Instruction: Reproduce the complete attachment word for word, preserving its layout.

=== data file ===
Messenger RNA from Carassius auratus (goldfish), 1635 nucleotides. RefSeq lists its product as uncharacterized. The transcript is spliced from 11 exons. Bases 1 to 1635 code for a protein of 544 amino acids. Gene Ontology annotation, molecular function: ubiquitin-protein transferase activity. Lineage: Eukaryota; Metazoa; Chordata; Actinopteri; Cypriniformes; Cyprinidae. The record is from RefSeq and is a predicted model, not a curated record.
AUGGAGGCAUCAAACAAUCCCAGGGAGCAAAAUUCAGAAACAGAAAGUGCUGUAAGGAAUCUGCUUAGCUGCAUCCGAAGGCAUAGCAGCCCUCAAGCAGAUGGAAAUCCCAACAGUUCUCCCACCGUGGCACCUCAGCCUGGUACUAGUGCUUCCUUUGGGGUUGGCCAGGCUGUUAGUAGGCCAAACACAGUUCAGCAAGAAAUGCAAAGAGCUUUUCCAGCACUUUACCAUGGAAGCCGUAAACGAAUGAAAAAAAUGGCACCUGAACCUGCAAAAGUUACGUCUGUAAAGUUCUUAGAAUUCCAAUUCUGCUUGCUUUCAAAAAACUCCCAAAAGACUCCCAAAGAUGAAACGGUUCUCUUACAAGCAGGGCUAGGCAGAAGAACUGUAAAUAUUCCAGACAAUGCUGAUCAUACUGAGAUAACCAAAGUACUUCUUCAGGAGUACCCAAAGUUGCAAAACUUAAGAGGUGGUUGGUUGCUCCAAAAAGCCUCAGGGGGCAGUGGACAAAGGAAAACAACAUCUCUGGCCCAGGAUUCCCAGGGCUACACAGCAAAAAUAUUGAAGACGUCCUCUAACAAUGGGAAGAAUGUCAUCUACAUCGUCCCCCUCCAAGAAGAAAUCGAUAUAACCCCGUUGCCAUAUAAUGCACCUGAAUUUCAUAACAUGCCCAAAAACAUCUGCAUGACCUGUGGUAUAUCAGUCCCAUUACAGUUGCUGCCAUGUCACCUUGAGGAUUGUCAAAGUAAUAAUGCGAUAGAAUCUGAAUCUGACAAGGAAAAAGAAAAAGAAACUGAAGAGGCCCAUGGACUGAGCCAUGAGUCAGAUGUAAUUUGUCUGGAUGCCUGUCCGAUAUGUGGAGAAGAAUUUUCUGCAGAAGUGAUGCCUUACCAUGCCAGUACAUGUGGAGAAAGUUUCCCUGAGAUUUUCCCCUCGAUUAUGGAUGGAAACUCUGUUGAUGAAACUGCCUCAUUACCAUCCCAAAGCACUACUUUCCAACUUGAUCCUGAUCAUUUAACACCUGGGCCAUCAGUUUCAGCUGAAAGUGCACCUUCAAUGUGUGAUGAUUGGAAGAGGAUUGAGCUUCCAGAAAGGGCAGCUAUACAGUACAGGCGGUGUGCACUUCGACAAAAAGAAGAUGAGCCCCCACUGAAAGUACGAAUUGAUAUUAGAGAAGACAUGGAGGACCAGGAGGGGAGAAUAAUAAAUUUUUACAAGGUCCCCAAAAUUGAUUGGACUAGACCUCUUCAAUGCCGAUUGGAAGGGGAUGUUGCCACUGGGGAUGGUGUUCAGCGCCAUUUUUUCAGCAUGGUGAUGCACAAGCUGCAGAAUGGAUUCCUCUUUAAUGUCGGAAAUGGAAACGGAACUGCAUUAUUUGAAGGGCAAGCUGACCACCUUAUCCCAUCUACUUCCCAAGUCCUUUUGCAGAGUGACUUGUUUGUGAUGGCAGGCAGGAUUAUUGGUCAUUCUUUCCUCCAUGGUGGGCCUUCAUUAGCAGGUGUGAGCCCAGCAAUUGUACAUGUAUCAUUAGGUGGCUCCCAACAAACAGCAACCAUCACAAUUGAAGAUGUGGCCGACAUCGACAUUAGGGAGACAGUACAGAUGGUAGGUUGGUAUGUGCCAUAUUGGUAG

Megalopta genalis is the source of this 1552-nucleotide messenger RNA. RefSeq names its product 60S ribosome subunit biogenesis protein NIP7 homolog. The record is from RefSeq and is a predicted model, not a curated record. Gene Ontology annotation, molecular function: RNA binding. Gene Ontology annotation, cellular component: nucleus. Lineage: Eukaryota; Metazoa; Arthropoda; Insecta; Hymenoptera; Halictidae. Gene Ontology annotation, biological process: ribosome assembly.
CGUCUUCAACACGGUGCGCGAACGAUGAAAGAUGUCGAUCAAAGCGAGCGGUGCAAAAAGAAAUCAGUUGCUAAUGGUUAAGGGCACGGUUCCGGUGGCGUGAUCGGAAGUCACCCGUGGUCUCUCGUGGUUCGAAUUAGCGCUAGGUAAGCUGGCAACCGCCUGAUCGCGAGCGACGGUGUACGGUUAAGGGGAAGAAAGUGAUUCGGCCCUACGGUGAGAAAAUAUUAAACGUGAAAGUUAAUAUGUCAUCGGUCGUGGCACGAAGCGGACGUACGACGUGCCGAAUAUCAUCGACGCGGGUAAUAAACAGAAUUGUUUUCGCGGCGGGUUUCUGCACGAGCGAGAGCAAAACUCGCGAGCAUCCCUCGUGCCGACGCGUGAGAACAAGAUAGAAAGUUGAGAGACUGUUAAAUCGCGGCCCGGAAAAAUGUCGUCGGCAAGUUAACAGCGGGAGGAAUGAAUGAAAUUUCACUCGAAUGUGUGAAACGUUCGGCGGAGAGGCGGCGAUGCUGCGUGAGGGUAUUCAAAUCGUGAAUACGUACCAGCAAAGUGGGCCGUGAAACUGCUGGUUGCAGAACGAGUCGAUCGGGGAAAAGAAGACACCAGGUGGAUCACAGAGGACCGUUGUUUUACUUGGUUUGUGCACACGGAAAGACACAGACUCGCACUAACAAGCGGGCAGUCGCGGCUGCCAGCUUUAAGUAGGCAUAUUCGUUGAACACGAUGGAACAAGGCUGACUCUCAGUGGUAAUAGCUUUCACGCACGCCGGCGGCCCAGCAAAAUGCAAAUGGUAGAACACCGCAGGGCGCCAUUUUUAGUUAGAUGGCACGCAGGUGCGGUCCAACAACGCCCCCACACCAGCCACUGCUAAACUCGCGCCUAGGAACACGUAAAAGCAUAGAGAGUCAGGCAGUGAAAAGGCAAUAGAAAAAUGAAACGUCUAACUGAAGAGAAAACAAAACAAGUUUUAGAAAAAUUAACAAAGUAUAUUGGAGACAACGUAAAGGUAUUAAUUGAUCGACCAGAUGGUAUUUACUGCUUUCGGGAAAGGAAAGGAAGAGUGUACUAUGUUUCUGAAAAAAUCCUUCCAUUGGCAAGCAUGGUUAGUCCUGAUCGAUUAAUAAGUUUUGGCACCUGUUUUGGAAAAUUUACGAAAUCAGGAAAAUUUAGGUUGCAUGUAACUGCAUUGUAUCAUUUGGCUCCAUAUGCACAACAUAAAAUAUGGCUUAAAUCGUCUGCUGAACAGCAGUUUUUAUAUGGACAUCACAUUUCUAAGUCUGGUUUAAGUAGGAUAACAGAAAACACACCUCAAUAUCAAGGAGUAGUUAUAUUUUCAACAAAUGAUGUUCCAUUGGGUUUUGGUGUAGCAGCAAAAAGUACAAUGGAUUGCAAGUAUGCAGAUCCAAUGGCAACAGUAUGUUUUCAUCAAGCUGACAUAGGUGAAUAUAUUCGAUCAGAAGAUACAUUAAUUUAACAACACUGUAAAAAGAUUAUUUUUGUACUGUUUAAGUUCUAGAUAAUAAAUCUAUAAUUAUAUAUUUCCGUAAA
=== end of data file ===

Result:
Messenger RNA from Carassius auratus (goldfish), 1635 nucleotides. RefSeq lists its product as uncharacterized. The transcript is spliced from 11 exons. Bases 1 to 1635 code for a protein of 544 amino acids. Gene Ontology annotation, molecular function: ubiquitin-protein transferase activity. Lineage: Eukaryota; Metazoa; Chordata; Actinopteri; Cypriniformes; Cyprinidae. The record is from RefSeq and is a predicted model, not a curated record.
AUGGAGGCAUCAAACAAUCCCAGGGAGCAAAAUUCAGAAACAGAAAGUGCUGUAAGGAAUCUGCUUAGCUGCAUCCGAAGGCAUAGCAGCCCUCAAGCAGAUGGAAAUCCCAACAGUUCUCCCACCGUGGCACCUCAGCCUGGUACUAGUGCUUCCUUUGGGGUUGGCCAGGCUGUUAGUAGGCCAAACACAGUUCAGCAAGAAAUGCAAAGAGCUUUUCCAGCACUUUACCAUGGAAGCCGUAAACGAAUGAAAAAAAUGGCACCUGAACCUGCAAAAGUUACGUCUGUAAAGUUCUUAGAAUUCCAAUUCUGCUUGCUUUCAAAAAACUCCCAAAAGACUCCCAAAGAUGAAACGGUUCUCUUACAAGCAGGGCUAGGCAGAAGAACUGUAAAUAUUCCAGACAAUGCUGAUCAUACUGAGAUAACCAAAGUACUUCUUCAGGAGUACCCAAAGUUGCAAAACUUAAGAGGUGGUUGGUUGCUCCAAAAAGCCUCAGGGGGCAGUGGACAAAGGAAAACAACAUCUCUGGCCCAGGAUUCCCAGGGCUACACAGCAAAAAUAUUGAAGACGUCCUCUAACAAUGGGAAGAAUGUCAUCUACAUCGUCCCCCUCCAAGAAGAAAUCGAUAUAACCCCGUUGCCAUAUAAUGCACCUGAAUUUCAUAACAUGCCCAAAAACAUCUGCAUGACCUGUGGUAUAUCAGUCCCAUUACAGUUGCUGCCAUGUCACCUUGAGGAUUGUCAAAGUAAUAAUGCGAUAGAAUCUGAAUCUGACAAGGAAAAAGAAAAAGAAACUGAAGAGGCCCAUGGACUGAGCCAUGAGUCAGAUGUAAUUUGUCUGGAUGCCUGUCCGAUAUGUGGAGAAGAAUUUUCUGCAGAAGUGAUGCCUUACCAUGCCAGUACAUGUGGAGAAAGUUUCCCUGAGAUUUUCCCCUCGAUUAUGGAUGGAAACUCUGUUGAUGAAACUGCCUCAUUACCAUCCCAAAGCACUACUUUCCAACUUGAUCCUGAUCAUUUAACACCUGGGCCAUCAGUUUCAGCUGAAAGUGCACCUUCAAUGUGUGAUGAUUGGAAGAGGAUUGAGCUUCCAGAAAGGGCAGCUAUACAGUACAGGCGGUGUGCACUUCGACAAAAAGAAGAUGAGCCCCCACUGAAAGUACGAAUUGAUAUUAGAGAAGACAUGGAGGACCAGGAGGGGAGAAUAAUAAAUUUUUACAAGGUCCCCAAAAUUGAUUGGACUAGACCUCUUCAAUGCCGAUUGGAAGGGGAUGUUGCCACUGGGGAUGGUGUUCAGCGCCAUUUUUUCAGCAUGGUGAUGCACAAGCUGCAGAAUGGAUUCCUCUUUAAUGUCGGAAAUGGAAACGGAACUGCAUUAUUUGAAGGGCAAGCUGACCACCUUAUCCCAUCUACUUCCCAAGUCCUUUUGCAGAGUGACUUGUUUGUGAUGGCAGGCAGGAUUAUUGGUCAUUCUUUCCUCCAUGGUGGGCCUUCAUUAGCAGGUGUGAGCCCAGCAAUUGUACAUGUAUCAUUAGGUGGCUCCCAACAAACAGCAACCAUCACAAUUGAAGAUGUGGCCGACAUCGACAUUAGGGAGACAGUACAGAUGGUAGGUUGGUAUGUGCCAUAUUGGUAG

Megalopta genalis is the source of this 1552-nucleotide messenger RNA. RefSeq names its product 60S ribosome subunit biogenesis protein NIP7 homolog. The record is from RefSeq and is a predicted model, not a curated record. Gene Ontology annotation, molecular function: RNA binding. Gene Ontology annotation, cellular component: nucleus. Lineage: Eukaryota; Metazoa; Arthropoda; Insecta; Hymenoptera; Halictidae. Gene Ontology annotation, biological process: ribosome assembly.
CGUCUUCAACACGGUGCGCGAACGAUGAAAGAUGUCGAUCAAAGCGAGCGGUGCAAAAAGAAAUCAGUUGCUAAUGGUUAAGGGCACGGUUCCGGUGGCGUGAUCGGAAGUCACCCGUGGUCUCUCGUGGUUCGAAUUAGCGCUAGGUAAGCUGGCAACCGCCUGAUCGCGAGCGACGGUGUACGGUUAAGGGGAAGAAAGUGAUUCGGCCCUACGGUGAGAAAAUAUUAAACGUGAAAGUUAAUAUGUCAUCGGUCGUGGCACGAAGCGGACGUACGACGUGCCGAAUAUCAUCGACGCGGGUAAUAAACAGAAUUGUUUUCGCGGCGGGUUUCUGCACGAGCGAGAGCAAAACUCGCGAGCAUCCCUCGUGCCGACGCGUGAGAACAAGAUAGAAAGUUGAGAGACUGUUAAAUCGCGGCCCGGAAAAAUGUCGUCGGCAAGUUAACAGCGGGAGGAAUGAAUGAAAUUUCACUCGAAUGUGUGAAACGUUCGGCGGAGAGGCGGCGAUGCUGCGUGAGGGUAUUCAAAUCGUGAAUACGUACCAGCAAAGUGGGCCGUGAAACUGCUGGUUGCAGAACGAGUCGAUCGGGGAAAAGAAGACACCAGGUGGAUCACAGAGGACCGUUGUUUUACUUGGUUUGUGCACACGGAAAGACACAGACUCGCACUAACAAGCGGGCAGUCGCGGCUGCCAGCUUUAAGUAGGCAUAUUCGUUGAACACGAUGGAACAAGGCUGACUCUCAGUGGUAAUAGCUUUCACGCACGCCGGCGGCCCAGCAAAAUGCAAAUGGUAGAACACCGCAGGGCGCCAUUUUUAGUUAGAUGGCACGCAGGUGCGGUCCAACAACGCCCCCACACCAGCCACUGCUAAACUCGCGCCUAGGAACACGUAAAAGCAUAGAGAGUCAGGCAGUGAAAAGGCAAUAGAAAAAUGAAACGUCUAACUGAAGAGAAAACAAAACAAGUUUUAGAAAAAUUAACAAAGUAUAUUGGAGACAACGUAAAGGUAUUAAUUGAUCGACCAGAUGGUAUUUACUGCUUUCGGGAAAGGAAAGGAAGAGUGUACUAUGUUUCUGAAAAAAUCCUUCCAUUGGCAAGCAUGGUUAGUCCUGAUCGAUUAAUAAGUUUUGGCACCUGUUUUGGAAAAUUUACGAAAUCAGGAAAAUUUAGGUUGCAUGUAACUGCAUUGUAUCAUUUGGCUCCAUAUGCACAACAUAAAAUAUGGCUUAAAUCGUCUGCUGAACAGCAGUUUUUAUAUGGACAUCACAUUUCUAAGUCUGGUUUAAGUAGGAUAACAGAAAACACACCUCAAUAUCAAGGAGUAGUUAUAUUUUCAACAAAUGAUGUUCCAUUGGGUUUUGGUGUAGCAGCAAAAAGUACAAUGGAUUGCAAGUAUGCAGAUCCAAUGGCAACAGUAUGUUUUCAUCAAGCUGACAUAGGUGAAUAUAUUCGAUCAGAAGAUACAUUAAUUUAACAACACUGUAAAAAGAUUAUUUUUGUACUGUUUAAGUUCUAGAUAAUAAAUCUAUAAUUAUAUAUUUCCGUAAA